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Will sanctions force Putin to back down in Ukraine? History suggests it’s unlikely

Whether it will be enough to cause Russian President Vladimir Putin to withdraw his troops from Ukraine, or even weaken his hold on power, however, is far less likely, according to experts on sanctions.

“There’s very little in the history of sanctions that show they can get the target country to change policy on something that is important to the country,” said Richard Haass, president of the Council on Foreign Relations. “I see very little of Putin’s temperament that sanctions will even be in the ZIP Code of being decisive.”

Sanctions have a mixed track record, often falling short of causing a dramatic change in behavior, particularly in authoritarian countries like Russia, according to most analysts who study them. Sanctions on Iran were one of the factors analysts believed pushed it into a 2015 deal on its nuclear program and brought its leaders back to the negotiating table recently, but they didn’t dislodge the government or stop what the U.S. sees as its aggressive military behavior in the Middle East. Sanctions by the U.S., the U.N. and others have failed to make North Korea give up its nuclear weapons.

The U.S. and European sanctions against Libya from the early 1980s for its activities sponsoring terror lasted roughly 20 years before Libya disclosed and scrapped its weapons program, and Moammar Gadhafi remained in power nearly another decade before being overthrown in a violent civil war. Iraq’s Saddam Hussein resisted more than a decade of U.N. sanctions before being removed by the U.S invasion, and Serbian leader Slobodan Milosevic was stopped by military force after sanctions failed to deter his military aggression in the 1990s. Sixty years of a U.S. trade embargo on Cuba failed to dislodge that regime.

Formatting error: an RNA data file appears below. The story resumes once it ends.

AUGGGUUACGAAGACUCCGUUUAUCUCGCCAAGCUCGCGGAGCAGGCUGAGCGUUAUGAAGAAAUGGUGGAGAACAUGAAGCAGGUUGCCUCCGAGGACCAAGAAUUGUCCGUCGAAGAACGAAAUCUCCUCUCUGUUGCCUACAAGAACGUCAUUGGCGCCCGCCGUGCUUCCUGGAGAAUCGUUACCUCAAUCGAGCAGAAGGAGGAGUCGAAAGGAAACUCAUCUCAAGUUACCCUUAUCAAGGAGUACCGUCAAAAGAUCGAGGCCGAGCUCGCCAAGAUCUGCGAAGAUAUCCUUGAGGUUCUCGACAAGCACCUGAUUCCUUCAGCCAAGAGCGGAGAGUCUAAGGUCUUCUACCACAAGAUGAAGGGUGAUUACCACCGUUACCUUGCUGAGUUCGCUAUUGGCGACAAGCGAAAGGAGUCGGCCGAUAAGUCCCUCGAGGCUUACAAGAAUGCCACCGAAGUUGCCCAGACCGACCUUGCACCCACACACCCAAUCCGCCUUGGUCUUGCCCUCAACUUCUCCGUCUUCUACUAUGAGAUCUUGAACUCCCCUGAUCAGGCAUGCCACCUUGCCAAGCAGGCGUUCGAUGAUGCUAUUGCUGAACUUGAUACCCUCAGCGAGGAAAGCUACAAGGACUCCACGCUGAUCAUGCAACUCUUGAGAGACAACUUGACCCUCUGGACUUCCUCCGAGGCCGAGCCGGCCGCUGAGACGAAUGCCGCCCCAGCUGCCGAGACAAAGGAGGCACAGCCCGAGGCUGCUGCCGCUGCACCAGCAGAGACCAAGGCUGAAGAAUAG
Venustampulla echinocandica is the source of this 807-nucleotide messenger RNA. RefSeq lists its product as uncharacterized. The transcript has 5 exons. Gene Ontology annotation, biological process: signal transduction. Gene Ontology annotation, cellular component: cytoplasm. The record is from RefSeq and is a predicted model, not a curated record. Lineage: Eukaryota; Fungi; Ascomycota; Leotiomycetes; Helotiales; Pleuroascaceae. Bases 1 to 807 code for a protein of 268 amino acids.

In some cases, the targeted regime has tightened its grip on power. Venezuelan President Nicolás Maduro has not only weathered major U.S. and European sanctions but sent his political allies into hiding or exile.

When it comes to goals like regime change or reversing a military action against another country, sanctions work only about 5% of the time absent the threat or use of military force, says Robert Pape, a University of Chicago political scientist who reviewed decades of sanctions after World War II.

Russian officials have said sanctions won’t make them back down from the Ukraine offensive. “They probably think that by imposing sanctions, they can force us to change our position. It is obvious here that this is out of the question,” Dmitry Peskov, Mr. Putin’s spokesman, told reporters this week.

For all their limits, sanctions are still widely viewed as better than doing nothing, which would likely encourage more-aggressive behavior by Russia and possibly other countries like China, many political scientists say. And the longer any Russian occupation of Ukraine drags on, the more sanctions raise the cost to Mr. Putin.